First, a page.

It’s a question that policymakers all over the world are beginning to ask themselves. Nowhere is this need for talent more clear than in high-growth developing nations, most notably the BRIC countries (Brazil, Russia, India, and China), where economic and business growth is dramatically outpacing the production of talented employees, particularly at the higher ends of the food chain. Here, the rise of female economic power will be a transformative growth engine, in large part because education levels among women have vastly improved from where they were even 10 years ago. It’s a well-known fact that in the United States, women outnumber men in the attainment of college degrees (by 20 percent), as well as graduate and law diplomas; 72 percent of high-school valedictorians were women last year. But it’s less well known that the same is true in many developing nations. In Brazil, the United Arab Emirates, and Russia, the vast majority of college graduates are female. In Russia, for example, 86 percent of women ages 18 to 23 are enrolled in tertiary education. Improving education for women can have a dramatic impact on economies: the Women’s Learning Partnership estimates that for every year beyond fourth grade girls attend school, a country’s wages rise by 20 percent, and the child-mortality rate dips by 10 percent. And when the average education level of a country’s adult female population increases by one year, the share of women in the workforce increases by nearly 1 percent.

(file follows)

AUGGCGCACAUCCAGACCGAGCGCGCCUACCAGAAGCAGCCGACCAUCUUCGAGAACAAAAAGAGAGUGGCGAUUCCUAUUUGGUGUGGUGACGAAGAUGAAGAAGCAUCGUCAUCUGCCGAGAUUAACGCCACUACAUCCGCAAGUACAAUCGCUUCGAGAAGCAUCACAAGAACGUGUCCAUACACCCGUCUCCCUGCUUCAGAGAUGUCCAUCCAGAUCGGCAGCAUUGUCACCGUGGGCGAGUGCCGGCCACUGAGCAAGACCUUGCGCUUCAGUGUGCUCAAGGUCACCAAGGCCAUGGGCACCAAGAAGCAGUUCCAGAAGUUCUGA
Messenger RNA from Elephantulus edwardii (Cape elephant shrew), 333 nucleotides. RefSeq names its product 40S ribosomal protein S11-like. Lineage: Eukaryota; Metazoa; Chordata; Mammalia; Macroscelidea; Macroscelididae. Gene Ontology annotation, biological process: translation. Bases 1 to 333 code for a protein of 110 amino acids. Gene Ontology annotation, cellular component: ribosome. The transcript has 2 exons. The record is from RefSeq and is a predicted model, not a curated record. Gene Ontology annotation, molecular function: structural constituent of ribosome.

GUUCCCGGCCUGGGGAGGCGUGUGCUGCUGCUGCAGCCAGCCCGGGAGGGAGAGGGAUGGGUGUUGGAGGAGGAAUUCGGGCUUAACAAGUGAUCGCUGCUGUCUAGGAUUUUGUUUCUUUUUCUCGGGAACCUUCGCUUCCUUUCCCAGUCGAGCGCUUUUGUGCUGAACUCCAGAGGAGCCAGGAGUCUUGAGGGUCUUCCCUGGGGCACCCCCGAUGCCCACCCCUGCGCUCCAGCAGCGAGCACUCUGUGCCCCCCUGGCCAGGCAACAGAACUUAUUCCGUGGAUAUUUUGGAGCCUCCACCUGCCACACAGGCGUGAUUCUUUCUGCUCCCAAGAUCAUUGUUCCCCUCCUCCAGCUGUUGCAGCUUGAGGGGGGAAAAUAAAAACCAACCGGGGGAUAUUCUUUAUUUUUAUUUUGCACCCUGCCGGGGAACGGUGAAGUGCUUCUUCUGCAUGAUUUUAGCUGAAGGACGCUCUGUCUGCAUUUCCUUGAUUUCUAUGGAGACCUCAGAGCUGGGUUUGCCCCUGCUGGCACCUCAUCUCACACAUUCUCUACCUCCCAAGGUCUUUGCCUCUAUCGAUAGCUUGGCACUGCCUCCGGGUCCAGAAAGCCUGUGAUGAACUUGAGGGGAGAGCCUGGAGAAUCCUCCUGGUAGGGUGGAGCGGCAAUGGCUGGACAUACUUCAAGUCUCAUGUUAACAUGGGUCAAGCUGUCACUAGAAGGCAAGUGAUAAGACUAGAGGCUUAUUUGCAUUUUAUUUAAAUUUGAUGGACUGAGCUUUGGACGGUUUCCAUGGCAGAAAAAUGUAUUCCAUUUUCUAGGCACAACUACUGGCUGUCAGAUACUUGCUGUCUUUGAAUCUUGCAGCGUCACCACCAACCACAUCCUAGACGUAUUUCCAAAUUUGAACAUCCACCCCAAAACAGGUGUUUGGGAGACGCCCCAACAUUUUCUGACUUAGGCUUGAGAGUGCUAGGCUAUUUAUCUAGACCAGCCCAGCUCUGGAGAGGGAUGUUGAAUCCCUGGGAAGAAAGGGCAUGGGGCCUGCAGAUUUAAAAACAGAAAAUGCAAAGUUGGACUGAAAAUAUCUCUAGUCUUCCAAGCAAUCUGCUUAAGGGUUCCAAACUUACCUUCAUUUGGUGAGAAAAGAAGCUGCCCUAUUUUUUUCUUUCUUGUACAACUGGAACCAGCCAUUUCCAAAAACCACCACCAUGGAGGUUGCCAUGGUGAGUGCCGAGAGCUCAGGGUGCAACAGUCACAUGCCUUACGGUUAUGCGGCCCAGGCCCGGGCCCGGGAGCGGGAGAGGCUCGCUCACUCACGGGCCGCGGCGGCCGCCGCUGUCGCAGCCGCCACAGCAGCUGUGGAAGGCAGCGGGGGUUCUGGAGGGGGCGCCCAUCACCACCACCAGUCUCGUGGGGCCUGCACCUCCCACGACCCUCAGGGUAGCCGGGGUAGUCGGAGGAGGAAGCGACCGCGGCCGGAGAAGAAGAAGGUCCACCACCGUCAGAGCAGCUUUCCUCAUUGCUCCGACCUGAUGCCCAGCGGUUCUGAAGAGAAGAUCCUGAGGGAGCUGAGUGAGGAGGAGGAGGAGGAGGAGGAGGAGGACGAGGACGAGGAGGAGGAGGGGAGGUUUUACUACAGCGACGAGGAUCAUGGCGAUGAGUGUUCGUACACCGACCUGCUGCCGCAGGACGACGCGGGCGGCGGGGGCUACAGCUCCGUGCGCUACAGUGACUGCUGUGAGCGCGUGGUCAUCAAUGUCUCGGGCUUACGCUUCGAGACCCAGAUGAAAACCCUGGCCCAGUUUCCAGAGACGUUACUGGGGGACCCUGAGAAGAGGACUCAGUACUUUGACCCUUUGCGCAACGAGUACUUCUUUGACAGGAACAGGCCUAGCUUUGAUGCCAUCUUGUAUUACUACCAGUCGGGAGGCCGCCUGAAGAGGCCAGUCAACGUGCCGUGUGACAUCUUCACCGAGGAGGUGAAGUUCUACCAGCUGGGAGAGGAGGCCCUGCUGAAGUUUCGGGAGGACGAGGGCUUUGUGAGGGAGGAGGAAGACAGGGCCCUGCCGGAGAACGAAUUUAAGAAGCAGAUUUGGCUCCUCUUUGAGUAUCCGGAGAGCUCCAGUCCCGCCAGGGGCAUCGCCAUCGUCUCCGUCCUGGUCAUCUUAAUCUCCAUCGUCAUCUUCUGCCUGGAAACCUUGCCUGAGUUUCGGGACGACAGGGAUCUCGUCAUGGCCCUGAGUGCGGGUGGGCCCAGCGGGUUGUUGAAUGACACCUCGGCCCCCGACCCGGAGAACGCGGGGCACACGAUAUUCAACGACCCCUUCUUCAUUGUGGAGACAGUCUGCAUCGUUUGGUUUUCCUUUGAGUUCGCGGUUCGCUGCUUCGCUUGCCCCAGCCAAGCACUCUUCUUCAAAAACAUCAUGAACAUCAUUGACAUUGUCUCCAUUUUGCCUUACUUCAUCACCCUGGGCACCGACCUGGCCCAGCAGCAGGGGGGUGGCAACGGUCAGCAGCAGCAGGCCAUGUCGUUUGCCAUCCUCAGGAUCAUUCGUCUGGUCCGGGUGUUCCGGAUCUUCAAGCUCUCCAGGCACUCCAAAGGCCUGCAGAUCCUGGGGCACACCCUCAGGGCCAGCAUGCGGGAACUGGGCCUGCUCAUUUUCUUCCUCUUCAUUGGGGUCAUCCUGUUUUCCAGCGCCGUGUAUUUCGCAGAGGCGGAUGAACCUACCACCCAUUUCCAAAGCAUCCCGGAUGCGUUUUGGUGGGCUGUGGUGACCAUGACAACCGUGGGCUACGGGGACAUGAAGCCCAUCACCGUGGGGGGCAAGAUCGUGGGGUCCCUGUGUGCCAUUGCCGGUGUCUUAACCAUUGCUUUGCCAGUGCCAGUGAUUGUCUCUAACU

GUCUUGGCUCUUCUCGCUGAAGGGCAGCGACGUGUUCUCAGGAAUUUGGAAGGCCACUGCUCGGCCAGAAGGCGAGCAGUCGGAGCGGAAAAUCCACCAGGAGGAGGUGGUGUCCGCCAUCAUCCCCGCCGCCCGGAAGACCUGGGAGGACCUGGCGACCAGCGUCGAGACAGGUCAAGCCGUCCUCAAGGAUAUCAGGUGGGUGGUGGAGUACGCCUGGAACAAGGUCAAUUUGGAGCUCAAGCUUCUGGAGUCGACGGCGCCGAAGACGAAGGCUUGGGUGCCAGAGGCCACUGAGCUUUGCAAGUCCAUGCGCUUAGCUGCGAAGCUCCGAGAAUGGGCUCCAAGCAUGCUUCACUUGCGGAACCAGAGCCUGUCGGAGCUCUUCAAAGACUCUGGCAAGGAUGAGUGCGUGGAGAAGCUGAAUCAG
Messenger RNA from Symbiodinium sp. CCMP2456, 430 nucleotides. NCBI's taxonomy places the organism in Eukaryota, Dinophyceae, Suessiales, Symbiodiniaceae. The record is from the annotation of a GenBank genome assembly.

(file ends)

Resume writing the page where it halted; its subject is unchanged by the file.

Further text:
Educated BRIC women have already begun to gain workforce traction: they make up between 30 percent and 50 percent of BRIC workers as a whole, and in three of the four BRIC nations, female labor-force participation rose from 2007 to 2008. There’s every reason to believe the trend will only speed up. As the authors of a new Center for Work-Life Policy (CWLP) study on female talent in emerging markets note, the women in developing nations are more likely to describe themselves as ambitious than the men are. Eighty-five percent of women in India and 92 percent in the UAE consider themselves “very ambitious”; in Brazil, India, China, and the UAE, at least 75 percent of women aspire to hold a top job (compare these figures with the mere 36 percent of U.S. women who consider themselves very ambitious). Certainly, the need for greater economic parity drives some of this (in poor countries, the gender wage gap is still quite large). But experts also believe the legacy of communism may have provided a surprisingly beneficial lesson to today’s capitalists: as one Chinese HR leader told researchers, “communism has always emphasized that women can and should do whatever men can do…We often find female candidates to be as competitive, if not more so, than their male counterparts.”